We could not think of a better way to learn EU Law in action (and the ways in which it will continue to influence the UK in the future), and are very grateful to the EU Delegation for their wonderful hospitality (and would like to make this visit an annual occurrence!).
Law students attend Hamlyn lecture delivered by Lord Pannick QC
Lord Pannick QC delivering the first Hamlyn lecture
A few lucky Goldsmiths Law students were amongst a small audience attending in person the – within hours – sold out first Hamlyn lecture at Gray’s Inn Hall on October 11th.
The lecture, that is coordinated by the Institute of Advanced Legal Studies at the University of London, was delivered by Lord Pannick QC, one of the most distinguished barristers in the country, who has led in the Miller (1) and Miller (2) cases, where the Government suffered historic defeats, on the triggering of Article 50 and the prorogation of Parliament respectively. More recently, Lord Pannick acted for Shamima Begum at the Supreme Court.
The President of the UK Supreme Court, Lord Reed, introducing Lord Pannick.
The lecture celebrated advocacy (“The Essence of Advocacy”). Lord Pannick sought to identify the central characteristics of good and bad advocacy with the aid of examples from courtroom practice in the UK and abroad.
Lord Pannick elaborated on ten principles that all good advocates should follow such as sound knowledge of the relevant area of law (naturally), focussing on the strong(er) arguments, but being aware – and working on – weaknesses in your argument, engaging with the bench, plain speaking, avoiding “boring” the judge or taking the risk of humour, and ensuring you never lose your temper (no matter how serious the provocation).
Goldsmiths Law students with our Head of Department, Prof Dimitrios Giannoulopoulos
The lecture included an impressive range of references to great orators and politicians; Demosthenes, Aristotle, Seneca, Abraham Lincoln, Obama got a number of mentions, as did contemporary lawyers in the US and the UK, though not always for good reasons!
Welcome to Goldsmiths Law, Year 1 students!
We were delighted to welcome our new year 1 students to University last week. ‘Welcome week’ activities started with students spending a whole day with our academics and administrative staff, who introduced them to central elements of the learning and student experience at Goldsmiths Law.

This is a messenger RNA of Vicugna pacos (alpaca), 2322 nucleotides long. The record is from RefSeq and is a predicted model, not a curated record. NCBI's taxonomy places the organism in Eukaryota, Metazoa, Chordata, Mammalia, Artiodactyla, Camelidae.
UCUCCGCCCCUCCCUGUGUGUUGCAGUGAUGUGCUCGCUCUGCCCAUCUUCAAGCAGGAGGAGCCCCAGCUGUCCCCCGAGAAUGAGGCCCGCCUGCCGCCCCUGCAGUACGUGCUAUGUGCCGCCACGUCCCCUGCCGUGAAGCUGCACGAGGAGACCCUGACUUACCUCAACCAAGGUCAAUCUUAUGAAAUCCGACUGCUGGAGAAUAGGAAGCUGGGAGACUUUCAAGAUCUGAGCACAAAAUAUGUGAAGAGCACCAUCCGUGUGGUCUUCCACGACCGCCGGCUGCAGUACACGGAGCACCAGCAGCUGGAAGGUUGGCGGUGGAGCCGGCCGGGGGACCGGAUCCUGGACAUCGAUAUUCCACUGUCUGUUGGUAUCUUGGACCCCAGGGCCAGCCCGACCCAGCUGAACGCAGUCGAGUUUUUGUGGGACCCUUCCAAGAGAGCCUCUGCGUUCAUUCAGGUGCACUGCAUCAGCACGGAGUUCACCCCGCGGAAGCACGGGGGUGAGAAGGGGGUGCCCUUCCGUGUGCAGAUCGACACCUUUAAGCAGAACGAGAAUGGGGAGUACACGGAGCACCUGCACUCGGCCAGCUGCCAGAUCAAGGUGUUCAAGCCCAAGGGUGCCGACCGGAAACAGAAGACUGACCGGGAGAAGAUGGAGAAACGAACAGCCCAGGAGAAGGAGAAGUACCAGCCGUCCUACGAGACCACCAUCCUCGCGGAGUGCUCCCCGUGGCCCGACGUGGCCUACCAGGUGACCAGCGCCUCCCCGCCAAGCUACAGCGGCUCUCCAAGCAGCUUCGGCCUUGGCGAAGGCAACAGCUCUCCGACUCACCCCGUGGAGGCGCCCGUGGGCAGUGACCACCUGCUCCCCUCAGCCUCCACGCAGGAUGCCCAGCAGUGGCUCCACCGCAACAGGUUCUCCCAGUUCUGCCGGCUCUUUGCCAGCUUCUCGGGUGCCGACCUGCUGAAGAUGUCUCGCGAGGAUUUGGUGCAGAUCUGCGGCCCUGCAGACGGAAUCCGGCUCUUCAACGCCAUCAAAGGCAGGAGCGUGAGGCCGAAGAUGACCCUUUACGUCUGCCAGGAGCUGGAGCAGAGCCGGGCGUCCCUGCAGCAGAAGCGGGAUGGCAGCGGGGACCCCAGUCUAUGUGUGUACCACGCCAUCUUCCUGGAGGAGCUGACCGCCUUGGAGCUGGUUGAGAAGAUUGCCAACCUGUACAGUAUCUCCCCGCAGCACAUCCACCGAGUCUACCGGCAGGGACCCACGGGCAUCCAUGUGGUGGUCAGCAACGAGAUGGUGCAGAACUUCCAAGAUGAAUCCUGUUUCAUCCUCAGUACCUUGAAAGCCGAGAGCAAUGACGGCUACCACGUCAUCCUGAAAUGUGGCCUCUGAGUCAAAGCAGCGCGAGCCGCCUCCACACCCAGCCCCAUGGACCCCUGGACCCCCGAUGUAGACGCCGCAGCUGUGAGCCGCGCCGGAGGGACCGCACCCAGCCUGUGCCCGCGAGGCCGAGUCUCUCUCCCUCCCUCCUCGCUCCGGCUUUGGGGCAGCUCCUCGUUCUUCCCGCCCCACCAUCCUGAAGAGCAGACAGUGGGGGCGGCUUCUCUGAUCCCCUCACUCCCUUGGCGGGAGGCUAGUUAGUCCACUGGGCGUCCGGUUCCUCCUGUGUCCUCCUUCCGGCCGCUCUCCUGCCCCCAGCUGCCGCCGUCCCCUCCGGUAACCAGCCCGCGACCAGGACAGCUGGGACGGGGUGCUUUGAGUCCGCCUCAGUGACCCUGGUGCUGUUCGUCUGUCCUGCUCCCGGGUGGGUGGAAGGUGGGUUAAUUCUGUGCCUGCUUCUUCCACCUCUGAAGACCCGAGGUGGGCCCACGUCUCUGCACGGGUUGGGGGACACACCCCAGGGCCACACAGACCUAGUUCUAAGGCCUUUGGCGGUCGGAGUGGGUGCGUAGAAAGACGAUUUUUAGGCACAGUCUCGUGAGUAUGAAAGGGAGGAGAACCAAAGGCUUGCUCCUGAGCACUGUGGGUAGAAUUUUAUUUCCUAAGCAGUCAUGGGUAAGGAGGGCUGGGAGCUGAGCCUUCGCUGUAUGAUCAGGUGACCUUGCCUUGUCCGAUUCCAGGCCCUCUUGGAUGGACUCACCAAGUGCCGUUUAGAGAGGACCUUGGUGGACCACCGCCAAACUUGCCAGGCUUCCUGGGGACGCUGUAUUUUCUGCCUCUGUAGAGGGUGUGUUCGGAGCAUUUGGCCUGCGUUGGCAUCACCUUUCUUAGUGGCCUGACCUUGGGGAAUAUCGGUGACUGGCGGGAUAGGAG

The event started with a warm welcome from our Head of Department, Prof Dimitrios Giannoulopoulos, who, upon congratulating the students for their success in relevant examinations, and the resilience they had shown in confronting the challenges inherent in the pandemic, spoke to them about the values that underpin the Law programme at Goldsmiths – human rights, fairness, equality, the rule of law – and attributes that the programme aspires to instil in them over the course of their degree as well as opening up to them an outstanding range of opportunities, from learning through continuous visits to legal institutions in London to engaging with experiential learning activities, clinical legal education and community-based voluntary work.
Dr Dagmar Myslinska, Dr Plamen Dinev and Mr Jean-Michel Villot spoke next, about student welfare and student support, with a focus on our dynamic personal tutoring system, examinations and progression as well as negotiating their journey into the degree through technology – what apps to download to ensure they’re up to speed with announcements and opportunities advertised by the department; how to communicate with the team; where to access their learning materials…
After a welcome lunch break where the students had a wonderful opportunity to mingle and get to know each other, the afternoon session kicked off with the Year 1 teaching team introducing their modules. Dr Alex Dymock highlighted how Criminal Law is a research led module informed by her expertise in sexual offences, offences against the person and obscenity law.
Dr Virginie Barral explained how recent political events such as the prorogation of Parliament provide exciting case studies for the study of Public Law and the Human Rights Act.
Dr Dagmar Myslinska spices up Contract Law through a Law in context approach while Dr Sheri Labenski infuses the study of the English Legal System with feminist and critical legal perspectives.
Last but not least, in 21stCentury legal skills, Dr Miranda Bevan brings her professional expertise as a barrister to ensure students learn to master legal research and writing, case analysis and advocacy in this highly practical module.
It was now time for the students to get involved, and our guest speaker, Michael Olatokun, who is a Research Leader in Citizenship and the Rule of Law, and the Head of Public and Youth Engagement, at the Bingham Centre for the Rule of Law, gave the cohort an outstanding opportunity to discuss and reflect on what makes them passionate about studying law and a consensus quickly built on how law is such a crucial tool to drive change and bring about social justice. Michael first passionately recounted his personal story and what brought him to pursue a career as a barrister, no doubt inspiring many along the way. He then led a highly interactive session, with students involved throughout, on the importance of the right to protest as a fundamental human right.